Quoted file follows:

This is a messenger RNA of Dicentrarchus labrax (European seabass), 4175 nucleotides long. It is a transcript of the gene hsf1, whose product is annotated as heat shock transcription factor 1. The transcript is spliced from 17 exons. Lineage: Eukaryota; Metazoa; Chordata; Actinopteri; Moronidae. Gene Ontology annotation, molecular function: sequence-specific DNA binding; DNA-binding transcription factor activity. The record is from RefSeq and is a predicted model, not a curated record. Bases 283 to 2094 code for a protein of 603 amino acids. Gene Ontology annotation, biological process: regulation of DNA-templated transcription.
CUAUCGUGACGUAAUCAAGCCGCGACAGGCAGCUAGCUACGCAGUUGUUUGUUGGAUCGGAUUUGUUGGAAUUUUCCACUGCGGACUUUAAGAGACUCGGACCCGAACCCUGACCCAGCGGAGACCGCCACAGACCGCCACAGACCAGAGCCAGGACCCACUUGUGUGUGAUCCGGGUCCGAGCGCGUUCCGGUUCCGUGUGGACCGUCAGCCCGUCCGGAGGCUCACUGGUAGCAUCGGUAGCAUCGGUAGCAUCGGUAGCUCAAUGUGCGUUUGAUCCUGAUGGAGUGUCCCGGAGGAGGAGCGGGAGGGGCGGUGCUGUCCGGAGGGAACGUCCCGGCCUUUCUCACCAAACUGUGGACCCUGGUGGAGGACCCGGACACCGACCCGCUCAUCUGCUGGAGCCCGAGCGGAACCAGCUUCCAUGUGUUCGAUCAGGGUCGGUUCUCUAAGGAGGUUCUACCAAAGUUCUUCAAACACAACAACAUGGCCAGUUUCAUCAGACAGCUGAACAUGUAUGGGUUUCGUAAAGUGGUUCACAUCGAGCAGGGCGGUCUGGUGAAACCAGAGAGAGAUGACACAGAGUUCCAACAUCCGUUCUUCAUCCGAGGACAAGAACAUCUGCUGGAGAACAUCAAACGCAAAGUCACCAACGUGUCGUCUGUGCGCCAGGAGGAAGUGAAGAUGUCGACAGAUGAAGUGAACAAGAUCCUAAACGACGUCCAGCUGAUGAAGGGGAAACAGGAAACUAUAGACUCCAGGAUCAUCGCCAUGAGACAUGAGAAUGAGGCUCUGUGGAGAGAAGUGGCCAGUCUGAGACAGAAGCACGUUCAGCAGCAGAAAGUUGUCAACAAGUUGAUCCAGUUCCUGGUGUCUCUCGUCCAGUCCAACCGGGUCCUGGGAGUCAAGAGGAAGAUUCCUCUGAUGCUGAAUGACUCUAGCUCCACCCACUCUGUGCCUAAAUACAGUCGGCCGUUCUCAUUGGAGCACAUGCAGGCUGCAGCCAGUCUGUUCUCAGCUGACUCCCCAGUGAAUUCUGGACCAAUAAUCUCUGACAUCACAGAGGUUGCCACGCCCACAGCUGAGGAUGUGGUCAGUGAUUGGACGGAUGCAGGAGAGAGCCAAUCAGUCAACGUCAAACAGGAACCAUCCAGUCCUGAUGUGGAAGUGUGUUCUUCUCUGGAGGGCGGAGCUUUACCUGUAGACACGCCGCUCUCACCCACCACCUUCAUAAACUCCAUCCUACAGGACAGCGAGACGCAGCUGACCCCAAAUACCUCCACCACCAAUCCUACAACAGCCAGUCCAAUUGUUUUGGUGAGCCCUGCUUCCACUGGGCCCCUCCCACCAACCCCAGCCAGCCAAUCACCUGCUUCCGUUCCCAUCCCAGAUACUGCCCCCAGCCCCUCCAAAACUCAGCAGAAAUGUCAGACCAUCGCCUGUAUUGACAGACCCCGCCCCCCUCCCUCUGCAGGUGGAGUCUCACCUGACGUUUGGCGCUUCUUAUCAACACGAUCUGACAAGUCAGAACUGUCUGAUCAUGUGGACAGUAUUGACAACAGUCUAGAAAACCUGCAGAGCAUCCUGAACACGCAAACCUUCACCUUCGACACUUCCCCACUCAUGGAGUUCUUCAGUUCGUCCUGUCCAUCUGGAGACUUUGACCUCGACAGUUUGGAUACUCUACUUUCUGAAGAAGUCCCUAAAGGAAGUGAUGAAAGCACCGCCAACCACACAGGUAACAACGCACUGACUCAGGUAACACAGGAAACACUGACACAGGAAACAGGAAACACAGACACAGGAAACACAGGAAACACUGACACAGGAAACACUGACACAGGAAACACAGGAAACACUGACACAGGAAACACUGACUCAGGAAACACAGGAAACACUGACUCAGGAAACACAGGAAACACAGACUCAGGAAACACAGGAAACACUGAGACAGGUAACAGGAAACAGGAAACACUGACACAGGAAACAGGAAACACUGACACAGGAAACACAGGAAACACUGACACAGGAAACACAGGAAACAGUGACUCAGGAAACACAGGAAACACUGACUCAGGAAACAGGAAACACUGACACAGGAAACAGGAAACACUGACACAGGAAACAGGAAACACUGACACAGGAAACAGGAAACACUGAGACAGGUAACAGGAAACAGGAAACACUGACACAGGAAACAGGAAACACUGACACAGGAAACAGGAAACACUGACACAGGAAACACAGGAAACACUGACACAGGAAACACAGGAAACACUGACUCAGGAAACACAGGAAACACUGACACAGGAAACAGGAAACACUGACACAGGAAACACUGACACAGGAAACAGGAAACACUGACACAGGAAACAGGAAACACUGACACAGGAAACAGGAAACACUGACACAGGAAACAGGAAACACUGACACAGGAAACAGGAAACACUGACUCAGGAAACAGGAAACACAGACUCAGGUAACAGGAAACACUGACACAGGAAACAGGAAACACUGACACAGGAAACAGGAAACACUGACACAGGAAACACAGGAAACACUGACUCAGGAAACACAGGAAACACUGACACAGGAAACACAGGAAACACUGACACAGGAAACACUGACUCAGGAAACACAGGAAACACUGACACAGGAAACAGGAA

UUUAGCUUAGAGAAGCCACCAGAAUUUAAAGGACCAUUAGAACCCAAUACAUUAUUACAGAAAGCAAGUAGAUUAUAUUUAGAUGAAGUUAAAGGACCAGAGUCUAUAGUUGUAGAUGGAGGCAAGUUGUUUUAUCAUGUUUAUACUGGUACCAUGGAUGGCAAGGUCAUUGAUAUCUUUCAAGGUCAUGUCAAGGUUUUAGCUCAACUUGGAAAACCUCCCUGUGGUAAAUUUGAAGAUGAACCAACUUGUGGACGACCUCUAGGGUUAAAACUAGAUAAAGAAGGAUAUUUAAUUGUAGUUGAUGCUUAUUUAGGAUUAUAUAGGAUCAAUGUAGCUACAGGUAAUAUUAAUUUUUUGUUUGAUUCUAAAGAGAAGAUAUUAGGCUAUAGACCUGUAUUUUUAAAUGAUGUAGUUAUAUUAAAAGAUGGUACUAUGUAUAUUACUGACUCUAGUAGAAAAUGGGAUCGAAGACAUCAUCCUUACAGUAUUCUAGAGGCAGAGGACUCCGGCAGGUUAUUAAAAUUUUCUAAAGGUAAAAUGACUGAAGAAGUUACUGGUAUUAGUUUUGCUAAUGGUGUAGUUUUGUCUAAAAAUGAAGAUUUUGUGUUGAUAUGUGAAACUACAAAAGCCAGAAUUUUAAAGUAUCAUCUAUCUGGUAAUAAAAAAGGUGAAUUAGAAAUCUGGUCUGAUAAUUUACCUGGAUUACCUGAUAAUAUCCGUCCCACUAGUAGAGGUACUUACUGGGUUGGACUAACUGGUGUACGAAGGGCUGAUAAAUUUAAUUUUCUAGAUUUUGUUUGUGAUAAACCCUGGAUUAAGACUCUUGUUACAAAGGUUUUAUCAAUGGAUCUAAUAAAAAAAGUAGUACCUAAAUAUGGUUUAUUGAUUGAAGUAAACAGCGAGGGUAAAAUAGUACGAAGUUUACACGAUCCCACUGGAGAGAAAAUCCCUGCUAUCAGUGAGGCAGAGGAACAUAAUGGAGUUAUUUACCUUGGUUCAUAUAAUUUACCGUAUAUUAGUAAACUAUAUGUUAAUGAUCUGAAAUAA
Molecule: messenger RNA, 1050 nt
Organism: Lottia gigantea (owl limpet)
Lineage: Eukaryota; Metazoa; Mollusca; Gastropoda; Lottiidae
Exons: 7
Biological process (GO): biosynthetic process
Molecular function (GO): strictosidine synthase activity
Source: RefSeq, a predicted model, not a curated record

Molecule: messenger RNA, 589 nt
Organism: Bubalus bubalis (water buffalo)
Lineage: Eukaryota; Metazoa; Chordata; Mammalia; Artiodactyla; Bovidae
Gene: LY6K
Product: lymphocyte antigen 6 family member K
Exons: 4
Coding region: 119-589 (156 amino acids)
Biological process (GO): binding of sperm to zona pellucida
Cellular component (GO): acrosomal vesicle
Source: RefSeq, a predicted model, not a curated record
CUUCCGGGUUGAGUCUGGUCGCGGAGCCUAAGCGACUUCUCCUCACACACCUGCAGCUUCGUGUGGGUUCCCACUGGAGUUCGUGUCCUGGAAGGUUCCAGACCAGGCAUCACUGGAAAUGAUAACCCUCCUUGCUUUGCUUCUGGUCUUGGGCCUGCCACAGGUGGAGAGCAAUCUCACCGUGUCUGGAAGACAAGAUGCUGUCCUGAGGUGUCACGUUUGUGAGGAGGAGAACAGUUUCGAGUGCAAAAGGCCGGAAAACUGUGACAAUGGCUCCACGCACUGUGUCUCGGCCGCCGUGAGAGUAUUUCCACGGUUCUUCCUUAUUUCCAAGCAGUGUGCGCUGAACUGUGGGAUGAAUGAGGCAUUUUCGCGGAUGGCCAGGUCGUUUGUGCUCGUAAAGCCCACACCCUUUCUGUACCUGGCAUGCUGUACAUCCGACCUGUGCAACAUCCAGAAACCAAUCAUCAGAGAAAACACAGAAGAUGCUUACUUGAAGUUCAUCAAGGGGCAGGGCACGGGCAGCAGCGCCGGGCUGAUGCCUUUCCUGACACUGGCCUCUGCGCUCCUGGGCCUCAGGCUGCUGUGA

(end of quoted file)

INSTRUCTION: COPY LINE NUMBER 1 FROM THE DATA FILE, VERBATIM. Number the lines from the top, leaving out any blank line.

This is a messenger RNA of Dicentrarchus labrax (European seabass), 4175 nucleotides long. It is a transcript of the gene hsf1, whose product is annotated as heat shock transcription factor 1. The transcript is spliced from 17 exons. Lineage: Eukaryota; Metazoa; Chordata; Actinopteri; Moronidae. Gene Ontology annotation, molecular function: sequence-specific DNA binding; DNA-binding transcription factor activity. The record is from RefSeq and is a predicted model, not a curated record. Bases 283 to 2094 code for a protein of 603 amino acids. Gene Ontology annotation, biological process: regulation of DNA-templated transcription.